This blog is the first post in our event spotlight series, chronicling what happens at various Earth Hacks events and providing insight into the impact these events have and the metrics they produce. To get in touch with us or learn more, visit our website at earthhacks.io.
Earth Hacks was proud to support our first high school hackathon, called h2hacks. Featuring wicked cool branding and a dedicated team of student organizers, the event took place on September 14 in Brooklyn, New York, and attracted over 100 attendees.
The theme of the event — perhaps unsurprisingly, given the enthusiastic support of Earth Hacks — was leveraging technology to solve environmental issues. The hackathon included a workshop on how to predict sea level rise with machine learning models, another one focusing on advancing tech careers, and even a panel on integrating technology with environmental conservation, hosted by ThinkOcean Global and Sustainable United Neighborhoods.
Ryan Lee, one of the founders of the event, shared some of his thoughts after seeing h2hacks come to life.
When I first launched h2hacks, I had no idea whether we’d even succeed or fail. But I still wanted to try, so that I could allow other students the chance to start on a pathway to becoming social entrepreneurs and innovators. Fast forward to September 2019 and in our first event, h2hacks Save the World, we’ve partnered with the New York State Department of Environmental Conservation, featured regional environmental leaders to come as guest speakers, and had over 100 high school students from six different states come to build innovative projects to fight climate change. I’m really impressed by the outcome of our hackathon, and I’m excited to continue leading our initiative!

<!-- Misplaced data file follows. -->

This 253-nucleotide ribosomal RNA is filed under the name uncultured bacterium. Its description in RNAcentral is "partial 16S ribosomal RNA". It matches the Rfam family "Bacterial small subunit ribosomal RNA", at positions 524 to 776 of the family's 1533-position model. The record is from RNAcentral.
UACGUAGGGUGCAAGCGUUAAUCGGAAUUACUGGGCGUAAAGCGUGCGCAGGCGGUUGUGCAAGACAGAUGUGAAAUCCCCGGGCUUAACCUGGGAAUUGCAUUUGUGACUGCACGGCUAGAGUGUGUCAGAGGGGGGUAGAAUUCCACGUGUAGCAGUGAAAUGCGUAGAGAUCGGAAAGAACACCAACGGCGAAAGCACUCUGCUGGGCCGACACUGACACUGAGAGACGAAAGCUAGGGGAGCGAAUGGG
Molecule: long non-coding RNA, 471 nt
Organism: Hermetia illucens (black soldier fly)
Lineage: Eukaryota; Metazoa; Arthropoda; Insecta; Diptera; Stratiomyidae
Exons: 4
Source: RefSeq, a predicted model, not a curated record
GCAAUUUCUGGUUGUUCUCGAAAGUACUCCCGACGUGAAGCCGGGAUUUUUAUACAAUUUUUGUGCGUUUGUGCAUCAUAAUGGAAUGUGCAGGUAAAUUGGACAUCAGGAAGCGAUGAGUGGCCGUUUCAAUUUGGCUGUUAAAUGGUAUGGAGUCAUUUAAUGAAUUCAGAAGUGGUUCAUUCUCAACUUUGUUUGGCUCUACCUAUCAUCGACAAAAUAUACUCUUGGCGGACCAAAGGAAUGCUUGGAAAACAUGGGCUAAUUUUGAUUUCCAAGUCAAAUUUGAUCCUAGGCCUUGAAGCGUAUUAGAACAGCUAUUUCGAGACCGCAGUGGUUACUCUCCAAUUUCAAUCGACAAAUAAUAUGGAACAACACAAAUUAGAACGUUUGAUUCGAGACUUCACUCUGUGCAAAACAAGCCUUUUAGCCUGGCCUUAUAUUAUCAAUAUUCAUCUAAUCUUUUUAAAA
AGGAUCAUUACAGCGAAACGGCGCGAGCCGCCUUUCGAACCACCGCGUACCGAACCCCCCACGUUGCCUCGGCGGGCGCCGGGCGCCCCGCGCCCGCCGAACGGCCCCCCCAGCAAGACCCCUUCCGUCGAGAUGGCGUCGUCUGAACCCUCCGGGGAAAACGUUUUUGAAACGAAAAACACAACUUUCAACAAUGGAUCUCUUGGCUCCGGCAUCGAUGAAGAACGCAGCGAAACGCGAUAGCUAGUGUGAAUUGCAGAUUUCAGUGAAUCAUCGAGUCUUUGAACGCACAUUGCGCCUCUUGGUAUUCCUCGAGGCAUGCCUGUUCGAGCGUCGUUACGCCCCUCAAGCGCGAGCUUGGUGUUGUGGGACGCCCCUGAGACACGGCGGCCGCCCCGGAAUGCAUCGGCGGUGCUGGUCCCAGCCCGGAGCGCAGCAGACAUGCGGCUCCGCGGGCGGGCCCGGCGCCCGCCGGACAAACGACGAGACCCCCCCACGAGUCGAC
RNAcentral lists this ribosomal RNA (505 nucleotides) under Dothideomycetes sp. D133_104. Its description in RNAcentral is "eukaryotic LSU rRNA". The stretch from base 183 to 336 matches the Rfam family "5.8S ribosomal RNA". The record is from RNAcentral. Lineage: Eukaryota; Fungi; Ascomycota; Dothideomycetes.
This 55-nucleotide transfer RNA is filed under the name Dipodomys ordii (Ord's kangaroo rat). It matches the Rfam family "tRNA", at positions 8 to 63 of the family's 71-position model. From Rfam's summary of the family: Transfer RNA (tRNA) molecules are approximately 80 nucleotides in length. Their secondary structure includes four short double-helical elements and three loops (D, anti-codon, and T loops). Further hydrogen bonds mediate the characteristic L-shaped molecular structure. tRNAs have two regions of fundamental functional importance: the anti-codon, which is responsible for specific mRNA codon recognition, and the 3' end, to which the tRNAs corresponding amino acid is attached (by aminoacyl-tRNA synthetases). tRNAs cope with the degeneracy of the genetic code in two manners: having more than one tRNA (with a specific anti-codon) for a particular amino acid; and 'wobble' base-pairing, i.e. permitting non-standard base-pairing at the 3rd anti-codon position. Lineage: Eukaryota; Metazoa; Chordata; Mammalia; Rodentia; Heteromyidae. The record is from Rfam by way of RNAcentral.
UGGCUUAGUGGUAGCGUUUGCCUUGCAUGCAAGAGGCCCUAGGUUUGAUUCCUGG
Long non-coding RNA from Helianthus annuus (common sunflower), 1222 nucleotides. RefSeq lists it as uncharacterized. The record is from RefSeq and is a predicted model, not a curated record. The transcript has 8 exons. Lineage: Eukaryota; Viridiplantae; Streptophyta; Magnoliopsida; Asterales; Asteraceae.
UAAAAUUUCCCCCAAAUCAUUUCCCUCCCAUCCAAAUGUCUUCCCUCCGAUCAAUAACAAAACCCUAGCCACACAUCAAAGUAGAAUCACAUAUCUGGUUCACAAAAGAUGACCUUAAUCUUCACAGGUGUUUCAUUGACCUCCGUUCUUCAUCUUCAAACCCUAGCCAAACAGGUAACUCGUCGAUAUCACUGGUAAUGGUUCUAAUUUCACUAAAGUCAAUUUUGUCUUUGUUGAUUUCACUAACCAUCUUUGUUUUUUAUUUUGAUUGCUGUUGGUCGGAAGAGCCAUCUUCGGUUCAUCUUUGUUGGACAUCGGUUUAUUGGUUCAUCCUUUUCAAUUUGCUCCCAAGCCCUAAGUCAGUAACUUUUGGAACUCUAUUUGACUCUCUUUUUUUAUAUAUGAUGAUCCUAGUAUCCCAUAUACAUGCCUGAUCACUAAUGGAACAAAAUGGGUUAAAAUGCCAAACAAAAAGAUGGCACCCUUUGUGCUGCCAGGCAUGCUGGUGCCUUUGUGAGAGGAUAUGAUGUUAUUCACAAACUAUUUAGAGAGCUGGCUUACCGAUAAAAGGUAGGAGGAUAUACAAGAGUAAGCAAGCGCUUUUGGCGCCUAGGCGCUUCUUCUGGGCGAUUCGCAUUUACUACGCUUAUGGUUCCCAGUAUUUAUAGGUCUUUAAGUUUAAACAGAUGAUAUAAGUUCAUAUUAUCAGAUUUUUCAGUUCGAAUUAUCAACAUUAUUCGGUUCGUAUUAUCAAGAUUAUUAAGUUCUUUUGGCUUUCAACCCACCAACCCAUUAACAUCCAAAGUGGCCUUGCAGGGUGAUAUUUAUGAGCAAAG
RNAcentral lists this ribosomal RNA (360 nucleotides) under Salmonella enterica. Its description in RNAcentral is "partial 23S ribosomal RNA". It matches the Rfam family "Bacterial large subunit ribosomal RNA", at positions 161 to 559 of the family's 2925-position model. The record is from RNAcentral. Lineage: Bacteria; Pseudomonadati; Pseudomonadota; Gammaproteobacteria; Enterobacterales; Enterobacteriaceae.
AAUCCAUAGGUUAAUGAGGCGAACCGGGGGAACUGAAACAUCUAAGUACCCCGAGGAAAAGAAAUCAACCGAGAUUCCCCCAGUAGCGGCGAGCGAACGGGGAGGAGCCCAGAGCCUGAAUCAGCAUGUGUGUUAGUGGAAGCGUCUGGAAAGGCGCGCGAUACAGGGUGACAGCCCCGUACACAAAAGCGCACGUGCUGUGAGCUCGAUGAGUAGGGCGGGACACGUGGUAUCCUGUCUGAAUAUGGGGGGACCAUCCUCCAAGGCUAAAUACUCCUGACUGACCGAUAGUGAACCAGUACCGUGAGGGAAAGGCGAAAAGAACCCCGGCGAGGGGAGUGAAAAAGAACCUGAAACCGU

Projects created ranged from hardware devices to websites, apps, and games. 4 winners displayed an impressive amount of skills in their hacks:
Where’s my water?
“Where’s my water” won the best environmental conservation hack, and accesses a database of public water fountains and bathrooms to help people find these resources. You can learn more about the project here, and try it out using the link at the bottom of that linked page.
“Sortle” won the best education/awareness hack, and is a website that educated people on why, how, and where they should recycle things. The result of the hackathon was a “scanner” that uses machine vision to tell the user whether or not something can be recycled or composted. You can learn more about the project here.
“Breathable” won best sustainability hack, and is an iOS app that that projects various aspects of environmental air quality to the user. You can learn more about the project here, and check out the Github repo at the bottom of that linked page.
“Environmentair” won best beginner hack. It is an informative website that emphasizes fun learning and raises awareness of environmental issues. You can access the Github repo for the project here.